Saturday, July 18, 2015

Fantasia ’15: Crimson Whale

This post-apocalyptic fable suggests what might happen if Moby-Dick and Captain Ahab were to crash Kevin Costner’s Waterworld. The world is mess, but a mysterious pirate captain still wants a piece of the legendarily ferocious lava whale. Since it happens to guard a vast horde of priceless minerals, she has no trouble recruiting a crew. However, the whale-calling street orphan Ha-jin never signed on for this mission. Nevertheless, she finds herself part of the team in Park Hye-mi’s Crimson Whale, which screens today during the 2015 Fantasia International Film Festival in Montreal.

Ha-jin has a gift for establishing mental links with whales (it also seems to work with porpoises). Unfortunately, her mother exploited her talents, forcing her to lure in whales to be butchered for food and fuel. It was not merely distasteful for Ha-jin, she shared their emotional pain. When Ha-jin refused to facilitate any further slaughter, she was subsequently abandoned. Forced to fend for herself on Busan’s earthquake-devastated streets, Ha-jin survives as a thief and smalltime dealer. Just when the law (such as it is) catches up with her, the mysterious Captain saves her from a nasty fate. In this case “saving” means she shanghaies Ha-jin into service for her assault on the great Crimson Whale.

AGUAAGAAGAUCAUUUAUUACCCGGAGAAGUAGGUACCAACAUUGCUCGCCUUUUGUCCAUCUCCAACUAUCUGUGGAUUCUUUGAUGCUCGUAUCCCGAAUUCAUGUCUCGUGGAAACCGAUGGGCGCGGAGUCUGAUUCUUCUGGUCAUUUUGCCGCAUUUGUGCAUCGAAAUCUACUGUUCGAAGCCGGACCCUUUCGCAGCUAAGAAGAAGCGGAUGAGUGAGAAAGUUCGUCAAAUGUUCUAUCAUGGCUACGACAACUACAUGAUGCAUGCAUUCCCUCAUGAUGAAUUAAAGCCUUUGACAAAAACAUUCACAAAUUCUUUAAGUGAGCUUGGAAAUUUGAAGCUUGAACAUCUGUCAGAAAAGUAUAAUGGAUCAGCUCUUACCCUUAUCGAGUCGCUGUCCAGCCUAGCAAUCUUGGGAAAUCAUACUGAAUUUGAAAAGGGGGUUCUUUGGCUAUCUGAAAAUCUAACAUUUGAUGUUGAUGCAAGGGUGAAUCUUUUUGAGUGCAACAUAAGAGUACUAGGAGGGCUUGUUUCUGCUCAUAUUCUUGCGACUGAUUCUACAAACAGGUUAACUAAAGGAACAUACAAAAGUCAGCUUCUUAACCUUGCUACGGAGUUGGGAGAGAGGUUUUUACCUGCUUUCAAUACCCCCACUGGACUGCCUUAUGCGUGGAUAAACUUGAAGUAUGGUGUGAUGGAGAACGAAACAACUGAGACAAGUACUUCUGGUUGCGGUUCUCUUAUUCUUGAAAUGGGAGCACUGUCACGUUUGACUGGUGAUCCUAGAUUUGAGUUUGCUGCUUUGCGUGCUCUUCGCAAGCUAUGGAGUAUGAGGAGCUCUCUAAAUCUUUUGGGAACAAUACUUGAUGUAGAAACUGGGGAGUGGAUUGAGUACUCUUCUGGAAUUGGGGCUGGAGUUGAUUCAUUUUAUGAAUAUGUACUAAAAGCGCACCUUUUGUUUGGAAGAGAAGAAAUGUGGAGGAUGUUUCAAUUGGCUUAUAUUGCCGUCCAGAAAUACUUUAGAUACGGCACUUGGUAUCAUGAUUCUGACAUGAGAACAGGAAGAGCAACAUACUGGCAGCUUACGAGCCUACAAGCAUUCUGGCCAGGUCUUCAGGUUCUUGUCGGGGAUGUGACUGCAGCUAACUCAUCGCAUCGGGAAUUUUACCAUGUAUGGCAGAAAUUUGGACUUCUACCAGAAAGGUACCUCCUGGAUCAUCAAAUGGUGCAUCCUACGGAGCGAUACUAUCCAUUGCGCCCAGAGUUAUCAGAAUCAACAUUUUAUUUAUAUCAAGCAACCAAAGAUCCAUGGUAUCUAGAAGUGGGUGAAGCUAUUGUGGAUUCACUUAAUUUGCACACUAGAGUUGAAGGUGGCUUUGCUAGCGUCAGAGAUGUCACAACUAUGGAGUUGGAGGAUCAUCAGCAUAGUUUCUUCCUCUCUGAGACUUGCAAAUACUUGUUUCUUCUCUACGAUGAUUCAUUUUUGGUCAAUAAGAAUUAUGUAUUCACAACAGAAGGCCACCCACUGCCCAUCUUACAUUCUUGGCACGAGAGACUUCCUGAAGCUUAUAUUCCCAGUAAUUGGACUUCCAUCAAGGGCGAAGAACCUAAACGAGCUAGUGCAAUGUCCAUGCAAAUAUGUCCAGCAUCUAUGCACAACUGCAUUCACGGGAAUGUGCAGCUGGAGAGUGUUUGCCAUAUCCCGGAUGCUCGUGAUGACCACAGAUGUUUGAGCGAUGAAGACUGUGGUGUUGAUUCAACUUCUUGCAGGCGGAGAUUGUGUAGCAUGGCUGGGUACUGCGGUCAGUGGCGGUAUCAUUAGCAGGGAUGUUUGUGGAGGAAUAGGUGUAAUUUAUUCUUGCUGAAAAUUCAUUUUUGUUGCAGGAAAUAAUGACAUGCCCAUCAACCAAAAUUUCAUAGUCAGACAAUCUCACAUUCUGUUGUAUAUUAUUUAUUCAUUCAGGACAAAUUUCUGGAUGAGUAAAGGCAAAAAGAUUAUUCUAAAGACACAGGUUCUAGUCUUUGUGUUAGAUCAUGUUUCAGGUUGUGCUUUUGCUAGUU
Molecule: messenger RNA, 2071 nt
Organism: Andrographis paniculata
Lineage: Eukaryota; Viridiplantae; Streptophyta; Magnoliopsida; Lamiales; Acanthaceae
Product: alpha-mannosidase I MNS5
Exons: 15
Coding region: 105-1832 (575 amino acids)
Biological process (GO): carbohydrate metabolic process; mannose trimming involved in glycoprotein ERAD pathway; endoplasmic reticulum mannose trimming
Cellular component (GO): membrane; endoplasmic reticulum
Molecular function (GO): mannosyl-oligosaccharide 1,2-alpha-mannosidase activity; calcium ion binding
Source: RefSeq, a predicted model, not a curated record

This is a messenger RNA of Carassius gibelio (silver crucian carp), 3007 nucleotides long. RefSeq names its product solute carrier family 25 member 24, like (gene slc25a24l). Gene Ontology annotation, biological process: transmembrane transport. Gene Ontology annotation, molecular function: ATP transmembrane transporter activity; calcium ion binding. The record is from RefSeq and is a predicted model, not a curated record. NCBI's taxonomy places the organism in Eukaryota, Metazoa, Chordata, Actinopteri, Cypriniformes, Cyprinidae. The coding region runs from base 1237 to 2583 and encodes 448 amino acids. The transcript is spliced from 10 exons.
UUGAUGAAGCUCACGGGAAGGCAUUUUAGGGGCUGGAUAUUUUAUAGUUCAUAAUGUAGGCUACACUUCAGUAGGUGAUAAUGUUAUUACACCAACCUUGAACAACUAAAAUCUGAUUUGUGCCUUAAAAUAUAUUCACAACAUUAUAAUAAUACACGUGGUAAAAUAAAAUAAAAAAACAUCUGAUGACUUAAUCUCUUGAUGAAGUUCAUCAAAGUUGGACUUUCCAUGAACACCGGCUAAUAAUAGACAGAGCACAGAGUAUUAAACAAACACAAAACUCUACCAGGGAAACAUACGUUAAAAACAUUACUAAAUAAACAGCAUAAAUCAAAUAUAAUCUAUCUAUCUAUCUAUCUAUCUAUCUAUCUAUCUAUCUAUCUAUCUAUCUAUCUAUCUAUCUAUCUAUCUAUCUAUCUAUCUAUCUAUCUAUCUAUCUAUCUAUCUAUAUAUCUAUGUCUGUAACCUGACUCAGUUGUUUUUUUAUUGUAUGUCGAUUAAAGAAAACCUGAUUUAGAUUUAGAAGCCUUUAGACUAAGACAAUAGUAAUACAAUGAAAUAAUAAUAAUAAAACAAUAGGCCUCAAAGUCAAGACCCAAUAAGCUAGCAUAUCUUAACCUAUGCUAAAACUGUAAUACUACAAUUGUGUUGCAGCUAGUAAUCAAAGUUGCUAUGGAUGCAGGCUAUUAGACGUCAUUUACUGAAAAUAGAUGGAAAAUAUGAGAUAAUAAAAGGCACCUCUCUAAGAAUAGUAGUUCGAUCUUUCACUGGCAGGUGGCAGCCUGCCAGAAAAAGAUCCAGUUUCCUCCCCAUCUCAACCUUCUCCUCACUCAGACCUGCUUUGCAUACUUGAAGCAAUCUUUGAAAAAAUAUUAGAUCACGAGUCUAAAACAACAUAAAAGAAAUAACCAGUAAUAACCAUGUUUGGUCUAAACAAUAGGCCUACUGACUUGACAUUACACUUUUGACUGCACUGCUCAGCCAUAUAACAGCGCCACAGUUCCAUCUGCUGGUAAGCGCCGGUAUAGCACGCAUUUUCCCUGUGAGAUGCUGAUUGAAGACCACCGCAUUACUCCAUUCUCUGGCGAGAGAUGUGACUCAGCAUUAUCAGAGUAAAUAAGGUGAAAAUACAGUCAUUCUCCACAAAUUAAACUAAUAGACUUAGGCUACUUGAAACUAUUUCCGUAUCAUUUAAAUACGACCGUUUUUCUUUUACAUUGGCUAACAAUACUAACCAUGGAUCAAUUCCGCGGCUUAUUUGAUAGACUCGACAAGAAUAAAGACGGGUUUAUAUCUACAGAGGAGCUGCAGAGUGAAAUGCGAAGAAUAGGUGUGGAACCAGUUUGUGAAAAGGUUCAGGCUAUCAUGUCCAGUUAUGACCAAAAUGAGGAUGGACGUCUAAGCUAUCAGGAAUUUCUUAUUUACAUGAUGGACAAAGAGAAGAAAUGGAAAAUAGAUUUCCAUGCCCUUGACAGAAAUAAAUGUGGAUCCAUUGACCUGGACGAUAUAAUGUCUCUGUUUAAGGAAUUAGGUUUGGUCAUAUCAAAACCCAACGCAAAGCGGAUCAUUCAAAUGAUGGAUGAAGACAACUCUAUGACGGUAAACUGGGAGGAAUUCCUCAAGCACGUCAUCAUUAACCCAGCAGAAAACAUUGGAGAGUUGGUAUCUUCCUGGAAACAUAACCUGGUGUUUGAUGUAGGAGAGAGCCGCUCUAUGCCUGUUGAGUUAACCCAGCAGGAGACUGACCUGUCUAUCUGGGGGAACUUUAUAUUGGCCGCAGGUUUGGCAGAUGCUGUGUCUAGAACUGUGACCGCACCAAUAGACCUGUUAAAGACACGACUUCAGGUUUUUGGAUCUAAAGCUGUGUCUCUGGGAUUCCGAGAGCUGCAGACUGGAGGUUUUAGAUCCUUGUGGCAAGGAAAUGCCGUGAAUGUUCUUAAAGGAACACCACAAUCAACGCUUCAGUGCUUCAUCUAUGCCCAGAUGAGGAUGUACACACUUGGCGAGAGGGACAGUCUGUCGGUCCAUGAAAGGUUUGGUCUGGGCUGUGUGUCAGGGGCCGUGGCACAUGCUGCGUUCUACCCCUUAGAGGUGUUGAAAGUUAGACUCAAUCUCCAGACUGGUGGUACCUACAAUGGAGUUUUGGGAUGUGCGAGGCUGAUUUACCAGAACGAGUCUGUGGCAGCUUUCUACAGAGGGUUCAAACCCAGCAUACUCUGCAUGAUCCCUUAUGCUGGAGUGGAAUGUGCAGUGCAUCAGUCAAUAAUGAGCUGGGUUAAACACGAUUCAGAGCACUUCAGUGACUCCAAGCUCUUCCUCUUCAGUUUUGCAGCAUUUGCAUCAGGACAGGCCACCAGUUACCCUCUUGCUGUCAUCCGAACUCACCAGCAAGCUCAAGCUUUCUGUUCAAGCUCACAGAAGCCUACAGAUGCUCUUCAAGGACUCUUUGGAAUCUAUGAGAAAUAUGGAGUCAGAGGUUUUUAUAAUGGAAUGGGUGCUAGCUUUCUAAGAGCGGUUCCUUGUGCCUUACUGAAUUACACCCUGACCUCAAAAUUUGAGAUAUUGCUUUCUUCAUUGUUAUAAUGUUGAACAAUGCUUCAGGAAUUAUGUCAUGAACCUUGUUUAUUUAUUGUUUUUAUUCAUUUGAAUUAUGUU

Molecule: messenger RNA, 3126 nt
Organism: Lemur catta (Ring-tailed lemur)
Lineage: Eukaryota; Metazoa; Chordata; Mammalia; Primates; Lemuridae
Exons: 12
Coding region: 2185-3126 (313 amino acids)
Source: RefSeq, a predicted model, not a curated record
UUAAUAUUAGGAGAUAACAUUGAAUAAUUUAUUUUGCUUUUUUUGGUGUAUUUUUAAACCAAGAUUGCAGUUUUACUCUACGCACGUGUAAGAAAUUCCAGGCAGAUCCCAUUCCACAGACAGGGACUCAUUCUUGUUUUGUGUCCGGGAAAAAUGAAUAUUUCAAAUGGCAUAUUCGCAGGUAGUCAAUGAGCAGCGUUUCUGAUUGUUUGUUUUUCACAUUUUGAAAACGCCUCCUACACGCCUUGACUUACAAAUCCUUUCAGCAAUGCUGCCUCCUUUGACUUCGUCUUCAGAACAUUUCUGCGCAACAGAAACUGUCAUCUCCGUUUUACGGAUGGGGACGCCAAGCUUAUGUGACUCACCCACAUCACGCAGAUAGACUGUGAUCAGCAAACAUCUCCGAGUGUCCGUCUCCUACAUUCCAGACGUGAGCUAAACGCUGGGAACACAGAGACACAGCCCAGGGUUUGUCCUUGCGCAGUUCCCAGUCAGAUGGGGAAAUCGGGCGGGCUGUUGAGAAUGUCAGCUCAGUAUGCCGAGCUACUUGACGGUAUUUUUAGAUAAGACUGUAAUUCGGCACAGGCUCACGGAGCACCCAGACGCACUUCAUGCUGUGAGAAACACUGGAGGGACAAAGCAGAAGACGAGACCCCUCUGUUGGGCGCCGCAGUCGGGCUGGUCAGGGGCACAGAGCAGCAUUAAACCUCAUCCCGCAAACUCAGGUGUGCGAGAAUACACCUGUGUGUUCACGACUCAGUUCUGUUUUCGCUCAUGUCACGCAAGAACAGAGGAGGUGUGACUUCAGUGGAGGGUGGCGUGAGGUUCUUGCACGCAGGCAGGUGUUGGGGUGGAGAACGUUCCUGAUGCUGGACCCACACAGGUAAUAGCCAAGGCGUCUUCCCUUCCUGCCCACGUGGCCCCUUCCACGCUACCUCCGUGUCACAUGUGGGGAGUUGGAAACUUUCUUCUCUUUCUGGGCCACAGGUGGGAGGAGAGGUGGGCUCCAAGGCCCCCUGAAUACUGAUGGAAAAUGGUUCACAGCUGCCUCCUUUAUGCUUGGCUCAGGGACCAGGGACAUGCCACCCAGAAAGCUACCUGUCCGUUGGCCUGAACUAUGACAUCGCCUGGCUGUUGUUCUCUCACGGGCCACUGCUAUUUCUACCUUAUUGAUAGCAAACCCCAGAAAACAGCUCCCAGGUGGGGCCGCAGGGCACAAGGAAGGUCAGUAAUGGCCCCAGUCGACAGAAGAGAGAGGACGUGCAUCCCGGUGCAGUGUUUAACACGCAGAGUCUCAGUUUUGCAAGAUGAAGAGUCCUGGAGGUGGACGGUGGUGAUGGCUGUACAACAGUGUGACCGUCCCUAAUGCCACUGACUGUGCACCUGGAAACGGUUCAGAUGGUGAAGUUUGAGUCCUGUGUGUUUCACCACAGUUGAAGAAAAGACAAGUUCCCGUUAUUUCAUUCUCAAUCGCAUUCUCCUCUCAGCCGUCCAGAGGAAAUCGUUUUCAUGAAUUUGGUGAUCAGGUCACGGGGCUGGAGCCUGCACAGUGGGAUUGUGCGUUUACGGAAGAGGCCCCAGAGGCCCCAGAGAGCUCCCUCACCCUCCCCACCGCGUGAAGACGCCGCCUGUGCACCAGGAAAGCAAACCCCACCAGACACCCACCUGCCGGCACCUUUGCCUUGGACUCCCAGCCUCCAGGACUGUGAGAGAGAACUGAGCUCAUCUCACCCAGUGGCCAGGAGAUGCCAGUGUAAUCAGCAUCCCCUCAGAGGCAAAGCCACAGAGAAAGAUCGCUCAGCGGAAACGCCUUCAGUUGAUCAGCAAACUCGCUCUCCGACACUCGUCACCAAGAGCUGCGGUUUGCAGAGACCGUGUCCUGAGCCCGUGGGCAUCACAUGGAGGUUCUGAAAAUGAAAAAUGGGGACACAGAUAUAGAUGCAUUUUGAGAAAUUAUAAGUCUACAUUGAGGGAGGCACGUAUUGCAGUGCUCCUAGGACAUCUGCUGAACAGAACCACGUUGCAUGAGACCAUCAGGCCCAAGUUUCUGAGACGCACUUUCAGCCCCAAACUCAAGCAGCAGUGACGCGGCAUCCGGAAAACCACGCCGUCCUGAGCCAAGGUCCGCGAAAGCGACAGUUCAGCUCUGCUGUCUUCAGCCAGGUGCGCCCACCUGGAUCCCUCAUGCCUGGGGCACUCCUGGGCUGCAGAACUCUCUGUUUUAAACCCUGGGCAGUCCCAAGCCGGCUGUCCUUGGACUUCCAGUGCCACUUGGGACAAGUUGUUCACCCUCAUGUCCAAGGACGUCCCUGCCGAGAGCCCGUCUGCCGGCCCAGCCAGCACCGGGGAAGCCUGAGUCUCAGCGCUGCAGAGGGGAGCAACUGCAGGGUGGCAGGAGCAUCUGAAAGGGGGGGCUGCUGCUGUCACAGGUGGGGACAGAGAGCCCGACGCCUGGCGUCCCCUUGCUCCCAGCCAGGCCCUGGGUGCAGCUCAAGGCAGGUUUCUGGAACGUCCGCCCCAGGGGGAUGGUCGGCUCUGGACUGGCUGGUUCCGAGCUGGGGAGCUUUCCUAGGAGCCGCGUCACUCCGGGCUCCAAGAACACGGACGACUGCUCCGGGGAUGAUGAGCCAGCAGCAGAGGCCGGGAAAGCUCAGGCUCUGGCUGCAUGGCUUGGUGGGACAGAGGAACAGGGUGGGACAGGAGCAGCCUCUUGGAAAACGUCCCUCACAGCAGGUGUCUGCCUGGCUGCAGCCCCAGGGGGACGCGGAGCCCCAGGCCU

Although Crimson is set during a tectonic Armageddon, Park’s screenplay is admirably restrained in its environmental soap-boxing. For all we know, the beginning of the end started naturally. However, it presents viewers two strong female action figures. Ha-jin is sensitive, but also resourceful and resilient. All things considered, she is much less prone to self-pity than many anime protagonists facing far less dire circumstances. There is also something appealingly Harlockian about the grudge-holding Captain.

Frankly, Crimson’s animation is pretty conventional, but Park still creates an intriguing world, mixing and matching genre elements and archetypes in rewarding ways. Within this milieu, it is hard to say with certainty where Doomsday ends and the post-apocalyptic times begin. Everyone seems to be carrying on like they used to, at least as much as possible, even though they are surrounded by anarchy.

Briskly paced, Crimson Whale has series potential (at least for a handful of character). It really is one of the better dystopian-killer whale-piracy-coming-of-age films in recent years. Recommended for older animation fans (teens and above), Crimson Whale screens today (7/18), as part of this year’s Fantasia.